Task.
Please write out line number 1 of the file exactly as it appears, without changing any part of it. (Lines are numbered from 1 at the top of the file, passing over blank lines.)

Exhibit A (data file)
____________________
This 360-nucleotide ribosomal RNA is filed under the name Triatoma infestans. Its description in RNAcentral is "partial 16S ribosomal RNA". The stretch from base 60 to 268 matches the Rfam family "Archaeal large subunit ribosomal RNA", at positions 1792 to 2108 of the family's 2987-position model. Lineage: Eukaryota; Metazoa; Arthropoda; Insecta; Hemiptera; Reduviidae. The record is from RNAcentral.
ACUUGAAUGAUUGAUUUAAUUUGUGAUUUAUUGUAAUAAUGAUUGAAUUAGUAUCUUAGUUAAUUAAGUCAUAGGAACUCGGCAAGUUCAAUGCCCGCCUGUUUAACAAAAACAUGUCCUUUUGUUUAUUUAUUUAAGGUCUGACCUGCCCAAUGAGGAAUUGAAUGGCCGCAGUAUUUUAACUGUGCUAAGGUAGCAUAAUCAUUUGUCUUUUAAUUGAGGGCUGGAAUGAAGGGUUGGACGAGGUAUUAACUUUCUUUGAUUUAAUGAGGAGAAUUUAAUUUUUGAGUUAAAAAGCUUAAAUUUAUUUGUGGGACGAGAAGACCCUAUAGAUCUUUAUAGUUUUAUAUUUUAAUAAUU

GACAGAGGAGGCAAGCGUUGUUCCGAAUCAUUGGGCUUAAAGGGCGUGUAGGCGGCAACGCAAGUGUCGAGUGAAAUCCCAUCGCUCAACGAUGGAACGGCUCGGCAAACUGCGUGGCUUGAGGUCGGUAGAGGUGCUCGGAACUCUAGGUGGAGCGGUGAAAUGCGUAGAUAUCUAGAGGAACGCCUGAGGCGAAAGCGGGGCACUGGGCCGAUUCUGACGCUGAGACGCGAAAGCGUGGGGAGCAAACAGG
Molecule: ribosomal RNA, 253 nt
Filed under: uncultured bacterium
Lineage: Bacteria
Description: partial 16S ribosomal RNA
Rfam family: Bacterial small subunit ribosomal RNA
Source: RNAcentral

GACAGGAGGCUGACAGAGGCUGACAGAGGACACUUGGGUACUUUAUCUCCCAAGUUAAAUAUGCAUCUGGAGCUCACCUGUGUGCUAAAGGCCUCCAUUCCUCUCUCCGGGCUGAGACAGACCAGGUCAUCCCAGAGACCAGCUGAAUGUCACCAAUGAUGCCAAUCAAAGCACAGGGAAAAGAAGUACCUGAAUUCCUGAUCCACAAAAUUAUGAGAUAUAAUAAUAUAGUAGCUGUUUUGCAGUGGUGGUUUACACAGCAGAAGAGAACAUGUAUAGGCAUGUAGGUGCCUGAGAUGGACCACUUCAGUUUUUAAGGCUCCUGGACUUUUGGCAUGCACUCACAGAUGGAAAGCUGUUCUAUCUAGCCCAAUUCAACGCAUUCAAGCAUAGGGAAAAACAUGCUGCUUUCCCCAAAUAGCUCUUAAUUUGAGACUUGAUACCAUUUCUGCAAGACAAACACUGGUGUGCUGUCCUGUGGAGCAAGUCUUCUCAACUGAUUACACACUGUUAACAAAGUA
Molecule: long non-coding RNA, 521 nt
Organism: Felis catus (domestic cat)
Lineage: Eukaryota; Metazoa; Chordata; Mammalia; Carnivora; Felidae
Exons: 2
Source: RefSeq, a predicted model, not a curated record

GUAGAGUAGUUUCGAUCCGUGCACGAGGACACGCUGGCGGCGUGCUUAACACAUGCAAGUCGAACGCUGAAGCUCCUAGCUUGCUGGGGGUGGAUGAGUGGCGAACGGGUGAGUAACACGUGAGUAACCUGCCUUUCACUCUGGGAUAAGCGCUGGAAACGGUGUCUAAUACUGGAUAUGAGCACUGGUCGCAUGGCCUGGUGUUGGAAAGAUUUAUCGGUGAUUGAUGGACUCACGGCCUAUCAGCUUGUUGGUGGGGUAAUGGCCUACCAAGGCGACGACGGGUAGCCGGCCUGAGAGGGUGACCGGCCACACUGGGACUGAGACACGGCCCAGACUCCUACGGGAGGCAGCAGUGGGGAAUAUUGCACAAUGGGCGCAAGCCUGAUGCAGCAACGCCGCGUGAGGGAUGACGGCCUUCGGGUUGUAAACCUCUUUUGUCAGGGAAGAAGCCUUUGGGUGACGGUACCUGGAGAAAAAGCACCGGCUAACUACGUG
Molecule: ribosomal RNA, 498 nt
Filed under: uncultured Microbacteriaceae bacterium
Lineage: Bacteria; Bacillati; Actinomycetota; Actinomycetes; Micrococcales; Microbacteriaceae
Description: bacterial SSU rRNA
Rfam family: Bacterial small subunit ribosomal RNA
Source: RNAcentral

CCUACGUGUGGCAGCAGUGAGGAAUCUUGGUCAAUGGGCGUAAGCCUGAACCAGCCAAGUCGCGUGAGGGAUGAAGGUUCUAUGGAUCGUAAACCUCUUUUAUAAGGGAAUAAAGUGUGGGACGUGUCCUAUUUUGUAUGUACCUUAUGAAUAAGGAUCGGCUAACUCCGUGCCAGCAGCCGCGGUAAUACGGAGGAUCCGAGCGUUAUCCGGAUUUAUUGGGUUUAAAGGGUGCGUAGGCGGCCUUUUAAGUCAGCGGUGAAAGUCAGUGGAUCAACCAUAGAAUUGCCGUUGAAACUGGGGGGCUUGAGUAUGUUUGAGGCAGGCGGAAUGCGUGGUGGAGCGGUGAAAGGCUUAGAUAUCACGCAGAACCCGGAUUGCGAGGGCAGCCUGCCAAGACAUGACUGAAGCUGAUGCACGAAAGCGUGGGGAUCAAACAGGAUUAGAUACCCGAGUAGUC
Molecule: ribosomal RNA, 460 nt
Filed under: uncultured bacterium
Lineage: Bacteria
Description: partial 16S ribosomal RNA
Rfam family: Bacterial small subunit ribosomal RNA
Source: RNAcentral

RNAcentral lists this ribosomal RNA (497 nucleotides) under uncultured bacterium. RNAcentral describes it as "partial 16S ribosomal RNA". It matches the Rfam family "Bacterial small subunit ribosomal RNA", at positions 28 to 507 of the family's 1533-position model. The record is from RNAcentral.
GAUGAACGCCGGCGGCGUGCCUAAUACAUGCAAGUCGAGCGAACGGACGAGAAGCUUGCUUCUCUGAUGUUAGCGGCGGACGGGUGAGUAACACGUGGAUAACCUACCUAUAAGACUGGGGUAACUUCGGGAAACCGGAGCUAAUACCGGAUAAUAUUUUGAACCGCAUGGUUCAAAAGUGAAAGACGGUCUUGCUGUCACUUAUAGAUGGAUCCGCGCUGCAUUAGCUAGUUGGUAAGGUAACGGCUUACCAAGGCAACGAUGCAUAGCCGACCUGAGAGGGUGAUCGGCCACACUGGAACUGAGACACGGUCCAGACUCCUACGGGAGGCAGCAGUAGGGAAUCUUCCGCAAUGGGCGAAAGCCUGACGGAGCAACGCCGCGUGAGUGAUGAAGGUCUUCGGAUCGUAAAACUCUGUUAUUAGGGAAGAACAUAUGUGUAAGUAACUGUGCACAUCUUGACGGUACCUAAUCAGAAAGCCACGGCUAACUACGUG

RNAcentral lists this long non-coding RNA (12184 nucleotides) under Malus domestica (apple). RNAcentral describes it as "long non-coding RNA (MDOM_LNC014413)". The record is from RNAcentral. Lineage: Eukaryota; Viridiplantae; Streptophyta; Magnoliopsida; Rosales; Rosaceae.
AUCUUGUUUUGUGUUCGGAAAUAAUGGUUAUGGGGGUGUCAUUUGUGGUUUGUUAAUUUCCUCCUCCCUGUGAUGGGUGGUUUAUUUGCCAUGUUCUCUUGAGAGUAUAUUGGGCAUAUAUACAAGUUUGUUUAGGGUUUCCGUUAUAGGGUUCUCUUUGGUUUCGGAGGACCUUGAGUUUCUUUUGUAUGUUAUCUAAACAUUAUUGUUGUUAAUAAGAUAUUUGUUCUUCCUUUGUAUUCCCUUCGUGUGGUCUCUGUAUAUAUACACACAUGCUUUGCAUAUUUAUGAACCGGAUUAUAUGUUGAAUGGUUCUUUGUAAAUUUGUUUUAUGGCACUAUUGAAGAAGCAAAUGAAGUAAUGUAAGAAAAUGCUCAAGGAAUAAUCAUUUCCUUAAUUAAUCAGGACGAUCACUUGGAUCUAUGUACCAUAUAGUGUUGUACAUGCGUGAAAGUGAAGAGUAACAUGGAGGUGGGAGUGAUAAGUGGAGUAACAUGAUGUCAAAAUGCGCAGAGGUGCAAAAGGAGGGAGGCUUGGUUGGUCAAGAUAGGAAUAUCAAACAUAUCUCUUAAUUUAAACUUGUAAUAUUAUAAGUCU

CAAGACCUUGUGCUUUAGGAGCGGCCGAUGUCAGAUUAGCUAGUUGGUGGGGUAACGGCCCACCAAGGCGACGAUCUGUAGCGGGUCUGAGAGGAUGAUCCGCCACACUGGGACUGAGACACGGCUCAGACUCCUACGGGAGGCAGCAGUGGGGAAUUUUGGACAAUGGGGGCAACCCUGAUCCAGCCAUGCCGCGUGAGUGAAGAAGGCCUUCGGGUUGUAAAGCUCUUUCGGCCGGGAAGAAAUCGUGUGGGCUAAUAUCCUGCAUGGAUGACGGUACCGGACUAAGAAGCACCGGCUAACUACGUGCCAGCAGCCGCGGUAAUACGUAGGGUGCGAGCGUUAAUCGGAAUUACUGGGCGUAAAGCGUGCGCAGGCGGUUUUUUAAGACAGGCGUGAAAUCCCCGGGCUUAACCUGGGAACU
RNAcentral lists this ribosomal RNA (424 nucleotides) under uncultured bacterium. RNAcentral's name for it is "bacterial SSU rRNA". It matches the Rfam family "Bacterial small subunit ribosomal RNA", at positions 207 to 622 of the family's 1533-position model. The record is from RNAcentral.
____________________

This 360-nucleotide ribosomal RNA is filed under the name Triatoma infestans. Its description in RNAcentral is "partial 16S ribosomal RNA". The stretch from base 60 to 268 matches the Rfam family "Archaeal large subunit ribosomal RNA", at positions 1792 to 2108 of the family's 2987-position model. Lineage: Eukaryota; Metazoa; Arthropoda; Insecta; Hemiptera; Reduviidae. The record is from RNAcentral.